AntipodeFrom two scholars at the University of Queensland, Australia and posted online by the radical geography journal, Antipode. The article serves to situate Murray Bookchin’s theory of dialectical naturalism within the broader dialectical tradition and highlight Bookchin’s unique contributions to the evolution of dialectical thought. It offers an important contrast with Herbert Marcuse’s influential approach to dialectics, which in the authors’ view is undermined by Marcuse’s technological pessimism and relatively late consideration of ecology.

Here are 3 excerpts.  The abstract is available here, but the article is unfortunately behind a paywall.  If your own library does not have a subscription, the article should be obtainable via interlibrary loan.  Full citation is Shannon Brincat and Damian Gerber, “The Necessity of Dialectical Naturalism: Marcuse, Bookchin, and Dialectics in the Midst of Ecological Crises,” Antipode (in press), doi: 10.1111/anti.12140.

… The attempt to understand the objective reality of the ecological crisis requires an awareness of the dialectical contradictions of history—especially in the relation between human beings and their natural environs. Fortunately, Bookchin’s notion of a “dialectical naturalism” offers a unique means for us to comprehend the rational potentialities in “the real” which bourgeois civilisation has cast aside, denied, or left unrealised. This aims at the restorative relation between human “second nature” and biological “first nature” (Bookchin 1999). However vaguely Bookchin may have formulated his concept of dialectical naturalism, it nonetheless evokes the glimmer of the hidden possibilities of a more rational relation between human social organisation and the natural world. It is, as Marcuse maintained somewhat inconsistently, only through the nuances of dialectical thought that “naturalism” may be emancipated from its degraded status as a mere object of ideology.

… Bookchin’s magnum opus, The Ecology of Freedom, is an attempt to explore such alternative, liberatory pathways through a dialectical analysis of the relationship between natural and human history. Whilst an account of its nuances and leitmotifs cannot possibly be given here, its dialectical historicism aims to actualise the potentialities of history rather than merely producing the “facts” as in the positivist tradition and its “truths” that are vulnerable to ideological capture. Much like Hegel’s Phenomenology of Spirit and Benjamin’s The Arcades Project, its overall concern is to present an analysis of the movement of history (in Bookchin’s case, of the hierarchical relation between human domination and the domination of nature leading up to the ecological crisis) without becoming confined within the ideological categories through which this movement has become understood in “official history” (Bookchin 1982:65). It presents an introjection of naturalistic and dialectical philosophy: an attempt to document and give voice to the possibilities of an inter- related first and second nature. At the same time, it also connects the failure of revolutionary movements of the past to the degraded actuality of the present, especially the concrete social factors underlying the ecological crisis (hierarchy, class, patriarchy, and the emergence of capitalism). Here, Bookchin’s more dynamic treatment of class (inclusive of women, youth, disenfranchised) is quite different to Marcuse’s, its wider basis bringing with it a more adequate conceptualisation of totality and relations therein. This more adequate ontological commitment allows Bookchin to see ecological problems as the product of the domination of people by people, as part of the same pathology of hierarchy.7 Stated positively, it is in these ways that Bookchin’s approach gestures to the radical possibility contained within a dialectic that grasps human and nature as an affinity.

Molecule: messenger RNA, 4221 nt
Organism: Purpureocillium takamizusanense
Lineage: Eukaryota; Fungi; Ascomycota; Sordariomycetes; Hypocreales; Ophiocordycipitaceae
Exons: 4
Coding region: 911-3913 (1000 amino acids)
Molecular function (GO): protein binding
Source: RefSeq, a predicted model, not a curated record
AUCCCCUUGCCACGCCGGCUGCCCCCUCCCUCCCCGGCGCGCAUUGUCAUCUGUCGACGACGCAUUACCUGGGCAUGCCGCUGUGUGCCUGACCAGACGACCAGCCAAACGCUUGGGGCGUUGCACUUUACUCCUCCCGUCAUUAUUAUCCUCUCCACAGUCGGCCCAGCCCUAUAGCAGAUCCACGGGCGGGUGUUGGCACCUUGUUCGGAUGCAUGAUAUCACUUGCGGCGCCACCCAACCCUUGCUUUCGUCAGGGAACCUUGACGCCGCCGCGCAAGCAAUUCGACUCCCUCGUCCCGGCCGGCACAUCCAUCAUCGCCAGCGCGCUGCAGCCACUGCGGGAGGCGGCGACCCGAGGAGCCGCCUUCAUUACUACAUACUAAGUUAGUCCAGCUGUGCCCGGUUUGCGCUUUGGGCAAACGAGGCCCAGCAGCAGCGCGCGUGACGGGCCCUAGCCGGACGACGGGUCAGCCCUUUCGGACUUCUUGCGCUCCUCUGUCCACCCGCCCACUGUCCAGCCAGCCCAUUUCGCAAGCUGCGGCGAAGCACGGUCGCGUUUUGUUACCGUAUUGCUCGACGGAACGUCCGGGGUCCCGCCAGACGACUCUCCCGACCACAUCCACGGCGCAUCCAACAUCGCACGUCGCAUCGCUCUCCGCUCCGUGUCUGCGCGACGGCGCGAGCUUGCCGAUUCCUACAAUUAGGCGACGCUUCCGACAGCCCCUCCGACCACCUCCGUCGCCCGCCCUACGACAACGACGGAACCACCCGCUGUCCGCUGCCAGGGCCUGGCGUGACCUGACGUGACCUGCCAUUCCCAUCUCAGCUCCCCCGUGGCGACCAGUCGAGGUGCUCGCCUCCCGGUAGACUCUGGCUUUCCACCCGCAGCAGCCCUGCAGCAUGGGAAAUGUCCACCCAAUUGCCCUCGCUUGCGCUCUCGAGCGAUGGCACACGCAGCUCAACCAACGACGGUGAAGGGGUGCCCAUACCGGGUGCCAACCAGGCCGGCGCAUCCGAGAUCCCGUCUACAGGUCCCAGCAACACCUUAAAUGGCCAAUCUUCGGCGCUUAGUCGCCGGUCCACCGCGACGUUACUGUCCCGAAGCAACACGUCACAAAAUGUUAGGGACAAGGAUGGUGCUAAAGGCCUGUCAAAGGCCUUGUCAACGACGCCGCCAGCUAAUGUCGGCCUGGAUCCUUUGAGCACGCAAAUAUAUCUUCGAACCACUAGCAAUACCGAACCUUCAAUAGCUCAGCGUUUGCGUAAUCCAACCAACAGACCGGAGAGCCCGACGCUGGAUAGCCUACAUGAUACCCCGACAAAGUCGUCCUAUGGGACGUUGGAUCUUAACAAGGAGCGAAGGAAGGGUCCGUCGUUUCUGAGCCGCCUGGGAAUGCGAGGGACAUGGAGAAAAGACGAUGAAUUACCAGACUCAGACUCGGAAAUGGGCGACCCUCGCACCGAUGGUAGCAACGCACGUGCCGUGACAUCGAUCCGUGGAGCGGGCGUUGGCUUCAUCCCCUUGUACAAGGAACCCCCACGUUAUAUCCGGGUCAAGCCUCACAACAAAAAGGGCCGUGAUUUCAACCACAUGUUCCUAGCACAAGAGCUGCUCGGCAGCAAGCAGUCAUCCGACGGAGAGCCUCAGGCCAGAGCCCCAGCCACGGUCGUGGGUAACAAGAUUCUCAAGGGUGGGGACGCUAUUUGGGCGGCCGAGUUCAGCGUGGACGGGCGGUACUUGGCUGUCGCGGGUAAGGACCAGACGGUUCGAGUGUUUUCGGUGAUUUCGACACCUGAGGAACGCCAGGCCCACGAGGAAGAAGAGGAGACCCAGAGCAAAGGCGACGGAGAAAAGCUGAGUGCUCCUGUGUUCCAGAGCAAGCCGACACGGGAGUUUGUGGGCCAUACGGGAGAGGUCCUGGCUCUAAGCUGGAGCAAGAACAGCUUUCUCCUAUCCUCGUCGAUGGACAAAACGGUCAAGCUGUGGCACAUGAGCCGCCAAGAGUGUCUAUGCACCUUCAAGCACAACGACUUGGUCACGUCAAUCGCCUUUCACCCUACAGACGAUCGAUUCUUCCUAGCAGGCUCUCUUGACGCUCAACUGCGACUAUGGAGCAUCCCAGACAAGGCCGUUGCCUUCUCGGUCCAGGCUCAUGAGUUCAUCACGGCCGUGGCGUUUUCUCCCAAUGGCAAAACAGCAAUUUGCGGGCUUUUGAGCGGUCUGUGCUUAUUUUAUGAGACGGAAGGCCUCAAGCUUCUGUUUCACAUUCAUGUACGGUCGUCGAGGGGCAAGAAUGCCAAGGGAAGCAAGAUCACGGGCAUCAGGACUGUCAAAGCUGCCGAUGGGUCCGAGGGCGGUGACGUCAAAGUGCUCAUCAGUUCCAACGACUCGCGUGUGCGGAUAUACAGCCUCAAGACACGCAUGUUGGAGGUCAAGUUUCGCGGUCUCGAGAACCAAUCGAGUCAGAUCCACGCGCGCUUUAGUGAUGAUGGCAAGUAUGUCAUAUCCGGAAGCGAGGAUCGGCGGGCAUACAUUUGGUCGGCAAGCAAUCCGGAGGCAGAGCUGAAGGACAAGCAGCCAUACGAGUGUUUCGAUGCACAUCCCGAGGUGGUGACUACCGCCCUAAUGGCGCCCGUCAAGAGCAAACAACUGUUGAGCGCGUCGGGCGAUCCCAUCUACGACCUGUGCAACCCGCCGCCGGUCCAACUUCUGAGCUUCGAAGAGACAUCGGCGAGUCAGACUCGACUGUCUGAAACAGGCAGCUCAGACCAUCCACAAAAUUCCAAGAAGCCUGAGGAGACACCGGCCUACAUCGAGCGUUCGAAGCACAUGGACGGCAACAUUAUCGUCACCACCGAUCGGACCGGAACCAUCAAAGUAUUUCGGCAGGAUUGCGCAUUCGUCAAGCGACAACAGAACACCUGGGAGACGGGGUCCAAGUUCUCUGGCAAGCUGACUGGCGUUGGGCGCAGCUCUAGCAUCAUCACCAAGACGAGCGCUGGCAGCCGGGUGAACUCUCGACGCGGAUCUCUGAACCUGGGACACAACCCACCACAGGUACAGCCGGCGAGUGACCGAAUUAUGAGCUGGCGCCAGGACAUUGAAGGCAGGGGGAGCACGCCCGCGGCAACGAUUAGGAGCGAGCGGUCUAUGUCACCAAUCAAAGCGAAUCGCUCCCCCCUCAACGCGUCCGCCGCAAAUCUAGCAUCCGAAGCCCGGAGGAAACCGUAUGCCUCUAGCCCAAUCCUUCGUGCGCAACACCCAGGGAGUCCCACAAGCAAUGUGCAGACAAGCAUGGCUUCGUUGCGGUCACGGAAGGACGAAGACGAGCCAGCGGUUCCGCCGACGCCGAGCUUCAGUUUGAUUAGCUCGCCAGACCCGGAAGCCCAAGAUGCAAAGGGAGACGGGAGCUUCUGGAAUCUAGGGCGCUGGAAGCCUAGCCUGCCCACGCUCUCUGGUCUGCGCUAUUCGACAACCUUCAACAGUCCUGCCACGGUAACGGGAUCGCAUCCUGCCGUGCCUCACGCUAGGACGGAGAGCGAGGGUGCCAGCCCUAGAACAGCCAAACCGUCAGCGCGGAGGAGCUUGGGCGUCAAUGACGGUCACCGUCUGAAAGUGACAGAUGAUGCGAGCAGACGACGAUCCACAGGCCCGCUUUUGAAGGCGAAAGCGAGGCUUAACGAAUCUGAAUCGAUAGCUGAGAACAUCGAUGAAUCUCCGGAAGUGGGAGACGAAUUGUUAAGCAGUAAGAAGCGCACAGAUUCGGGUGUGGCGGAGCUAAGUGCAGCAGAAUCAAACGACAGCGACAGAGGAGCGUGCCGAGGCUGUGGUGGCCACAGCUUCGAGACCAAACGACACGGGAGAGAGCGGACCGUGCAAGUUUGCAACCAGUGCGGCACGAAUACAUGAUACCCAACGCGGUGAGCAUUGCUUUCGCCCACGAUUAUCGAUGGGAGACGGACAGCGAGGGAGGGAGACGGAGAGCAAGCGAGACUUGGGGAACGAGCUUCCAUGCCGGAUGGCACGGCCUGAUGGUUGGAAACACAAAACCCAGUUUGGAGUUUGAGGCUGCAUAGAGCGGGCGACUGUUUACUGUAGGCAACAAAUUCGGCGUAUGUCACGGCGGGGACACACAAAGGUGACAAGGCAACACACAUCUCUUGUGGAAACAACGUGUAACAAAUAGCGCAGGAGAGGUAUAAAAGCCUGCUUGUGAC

… Our age of ecological crises has propelled dialectical analysis into a higher stage of truth. As posited by Bookchin, the pressing reality of global crises has obliged us to overcome the one-sidedness of earlier conceptions of the dialectic which took for granted the necessity of the domination of nature in the “progress” of history. The great limitation with the Hegelian dialectical tradition—indeed, German ideal- ism—has always been its assumed separation between nature and Reason.12 The potentialities of true humanism lie, however, in the environmental conditions of its becoming. A liberated humankind, with its accompanying “second nature”, actualises itself through “first nature” without reducing it into its own self-image: thus the dialectical understanding of the totality must, necessarily, be ecological. In the words of Adorno, “in its proper place, even epistemologically, the relationship of subject and object would lie in a peace achieved between human beings as well as between them and their Other. Peace is the state of differentiation without domination, with the differentiated participating in each other” (1998:s.2, 247).13 To give everything its proper place does not have to issue in Heidegger’s (1993) misbelief that such naming would lead to an all dominating agenda, yoking nature under “the Idea”, and leading to the complete mastery of nature. To give something its proper name, place, and context is to not identify it by a subject’s own conception of it. As Adorno affirms, it can only come from thought in which neither subject nor object dominates the other. This requires dialectical thought to move beyond the conceptual identity imposed by the historical process, to cast off its earlier, ideological trappings that envisioned an impenetrable split between first and second natures, and which cast human history as sui generis rather than a product of a reciprocity between nature and reason…